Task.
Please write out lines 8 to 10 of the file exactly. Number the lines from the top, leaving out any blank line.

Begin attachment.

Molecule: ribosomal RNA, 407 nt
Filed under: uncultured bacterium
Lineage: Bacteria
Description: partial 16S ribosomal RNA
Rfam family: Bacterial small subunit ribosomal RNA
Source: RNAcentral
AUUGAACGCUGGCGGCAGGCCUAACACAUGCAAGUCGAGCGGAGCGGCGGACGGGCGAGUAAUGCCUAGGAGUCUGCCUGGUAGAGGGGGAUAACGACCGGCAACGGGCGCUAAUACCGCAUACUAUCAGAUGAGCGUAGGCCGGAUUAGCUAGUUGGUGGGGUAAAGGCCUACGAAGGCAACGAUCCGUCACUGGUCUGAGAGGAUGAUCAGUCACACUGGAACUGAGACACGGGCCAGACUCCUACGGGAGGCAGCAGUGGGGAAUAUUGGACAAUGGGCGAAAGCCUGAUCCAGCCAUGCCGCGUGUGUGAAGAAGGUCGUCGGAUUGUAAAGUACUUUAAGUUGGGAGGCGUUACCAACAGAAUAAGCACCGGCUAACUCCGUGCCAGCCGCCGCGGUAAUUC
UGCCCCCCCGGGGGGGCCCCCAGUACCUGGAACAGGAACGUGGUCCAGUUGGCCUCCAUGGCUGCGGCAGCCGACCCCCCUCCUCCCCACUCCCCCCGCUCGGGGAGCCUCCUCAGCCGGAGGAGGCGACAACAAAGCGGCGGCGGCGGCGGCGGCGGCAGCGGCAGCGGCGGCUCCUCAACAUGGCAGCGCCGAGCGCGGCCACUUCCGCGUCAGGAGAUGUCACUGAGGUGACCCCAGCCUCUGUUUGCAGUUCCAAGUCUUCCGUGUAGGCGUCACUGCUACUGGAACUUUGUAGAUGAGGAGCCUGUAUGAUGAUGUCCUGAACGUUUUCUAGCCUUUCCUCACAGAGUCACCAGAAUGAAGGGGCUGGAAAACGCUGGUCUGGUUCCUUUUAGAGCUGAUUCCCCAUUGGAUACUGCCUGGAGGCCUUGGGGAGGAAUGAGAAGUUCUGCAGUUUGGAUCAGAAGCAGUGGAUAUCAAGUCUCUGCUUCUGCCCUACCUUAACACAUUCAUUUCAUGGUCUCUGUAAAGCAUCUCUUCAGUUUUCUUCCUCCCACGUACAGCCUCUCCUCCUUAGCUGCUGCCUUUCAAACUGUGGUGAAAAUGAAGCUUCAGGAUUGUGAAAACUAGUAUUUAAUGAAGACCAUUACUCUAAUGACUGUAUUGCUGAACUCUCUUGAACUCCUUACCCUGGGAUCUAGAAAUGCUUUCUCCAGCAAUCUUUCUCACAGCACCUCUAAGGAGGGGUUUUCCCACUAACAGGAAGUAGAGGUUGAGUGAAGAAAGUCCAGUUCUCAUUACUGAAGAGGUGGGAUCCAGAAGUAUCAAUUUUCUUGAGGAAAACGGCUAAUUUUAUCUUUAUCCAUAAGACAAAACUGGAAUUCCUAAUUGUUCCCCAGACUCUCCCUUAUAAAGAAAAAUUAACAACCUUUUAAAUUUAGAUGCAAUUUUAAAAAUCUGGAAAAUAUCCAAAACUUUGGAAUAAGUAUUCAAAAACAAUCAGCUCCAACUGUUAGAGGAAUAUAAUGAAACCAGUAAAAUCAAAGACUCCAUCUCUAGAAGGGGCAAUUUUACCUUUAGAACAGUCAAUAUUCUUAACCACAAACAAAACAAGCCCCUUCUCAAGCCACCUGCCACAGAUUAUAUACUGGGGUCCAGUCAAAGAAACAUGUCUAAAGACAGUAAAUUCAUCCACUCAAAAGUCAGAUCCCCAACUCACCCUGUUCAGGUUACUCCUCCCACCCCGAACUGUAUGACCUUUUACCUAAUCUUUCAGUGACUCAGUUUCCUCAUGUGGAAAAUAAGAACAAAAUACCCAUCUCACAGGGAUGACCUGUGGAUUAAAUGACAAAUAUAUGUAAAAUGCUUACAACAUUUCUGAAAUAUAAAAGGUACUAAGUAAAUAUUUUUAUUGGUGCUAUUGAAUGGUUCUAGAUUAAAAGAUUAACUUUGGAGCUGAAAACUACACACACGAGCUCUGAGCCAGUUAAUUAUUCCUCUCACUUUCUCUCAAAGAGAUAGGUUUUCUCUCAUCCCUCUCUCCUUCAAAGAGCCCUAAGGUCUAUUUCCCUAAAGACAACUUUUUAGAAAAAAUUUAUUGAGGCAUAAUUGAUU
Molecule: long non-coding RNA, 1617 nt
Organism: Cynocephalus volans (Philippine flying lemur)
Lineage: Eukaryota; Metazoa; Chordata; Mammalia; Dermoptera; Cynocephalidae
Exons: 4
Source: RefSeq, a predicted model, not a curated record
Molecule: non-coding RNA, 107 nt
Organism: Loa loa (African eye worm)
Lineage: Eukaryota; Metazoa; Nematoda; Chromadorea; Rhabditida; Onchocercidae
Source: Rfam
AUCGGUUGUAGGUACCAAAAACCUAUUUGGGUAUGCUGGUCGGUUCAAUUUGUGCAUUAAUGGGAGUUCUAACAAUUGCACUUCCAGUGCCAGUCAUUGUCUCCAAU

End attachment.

UGCCCCCCCGGGGGGGCCCCCAGUACCUGGAACAGGAACGUGGUCCAGUUGGCCUCCAUGGCUGCGGCAGCCGACCCCCCUCCUCCCCACUCCCCCCGCUCGGGGAGCCUCCUCAGCCGGAGGAGGCGACAACAAAGCGGCGGCGGCGGCGGCGGCGGCAGCGGCAGCGGCGGCUCCUCAACAUGGCAGCGCCGAGCGCGGCCACUUCCGCGUCAGGAGAUGUCACUGAGGUGACCCCAGCCUCUGUUUGCAGUUCCAAGUCUUCCGUGUAGGCGUCACUGCUACUGGAACUUUGUAGAUGAGGAGCCUGUAUGAUGAUGUCCUGAACGUUUUCUAGCCUUUCCUCACAGAGUCACCAGAAUGAAGGGGCUGGAAAACGCUGGUCUGGUUCCUUUUAGAGCUGAUUCCCCAUUGGAUACUGCCUGGAGGCCUUGGGGAGGAAUGAGAAGUUCUGCAGUUUGGAUCAGAAGCAGUGGAUAUCAAGUCUCUGCUUCUGCCCUACCUUAACACAUUCAUUUCAUGGUCUCUGUAAAGCAUCUCUUCAGUUUUCUUCCUCCCACGUACAGCCUCUCCUCCUUAGCUGCUGCCUUUCAAACUGUGGUGAAAAUGAAGCUUCAGGAUUGUGAAAACUAGUAUUUAAUGAAGACCAUUACUCUAAUGACUGUAUUGCUGAACUCUCUUGAACUCCUUACCCUGGGAUCUAGAAAUGCUUUCUCCAGCAAUCUUUCUCACAGCACCUCUAAGGAGGGGUUUUCCCACUAACAGGAAGUAGAGGUUGAGUGAAGAAAGUCCAGUUCUCAUUACUGAAGAGGUGGGAUCCAGAAGUAUCAAUUUUCUUGAGGAAAACGGCUAAUUUUAUCUUUAUCCAUAAGACAAAACUGGAAUUCCUAAUUGUUCCCCAGACUCUCCCUUAUAAAGAAAAAUUAACAACCUUUUAAAUUUAGAUGCAAUUUUAAAAAUCUGGAAAAUAUCCAAAACUUUGGAAUAAGUAUUCAAAAACAAUCAGCUCCAACUGUUAGAGGAAUAUAAUGAAACCAGUAAAAUCAAAGACUCCAUCUCUAGAAGGGGCAAUUUUACCUUUAGAACAGUCAAUAUUCUUAACCACAAACAAAACAAGCCCCUUCUCAAGCCACCUGCCACAGAUUAUAUACUGGGGUCCAGUCAAAGAAACAUGUCUAAAGACAGUAAAUUCAUCCACUCAAAAGUCAGAUCCCCAACUCACCCUGUUCAGGUUACUCCUCCCACCCCGAACUGUAUGACCUUUUACCUAAUCUUUCAGUGACUCAGUUUCCUCAUGUGGAAAAUAAGAACAAAAUACCCAUCUCACAGGGAUGACCUGUGGAUUAAAUGACAAAUAUAUGUAAAAUGCUUACAACAUUUCUGAAAUAUAAAAGGUACUAAGUAAAUAUUUUUAUUGGUGCUAUUGAAUGGUUCUAGAUUAAAAGAUUAACUUUGGAGCUGAAAACUACACACACGAGCUCUGAGCCAGUUAAUUAUUCCUCUCACUUUCUCUCAAAGAGAUAGGUUUUCUCUCAUCCCUCUCUCCUUCAAAGAGCCCUAAGGUCUAUUUCCCUAAAGACAACUUUUUAGAAAAAAUUUAUUGAGGCAUAAUUGAUU
Molecule: long non-coding RNA, 1617 nt
Organism: Cynocephalus volans (Philippine flying lemur)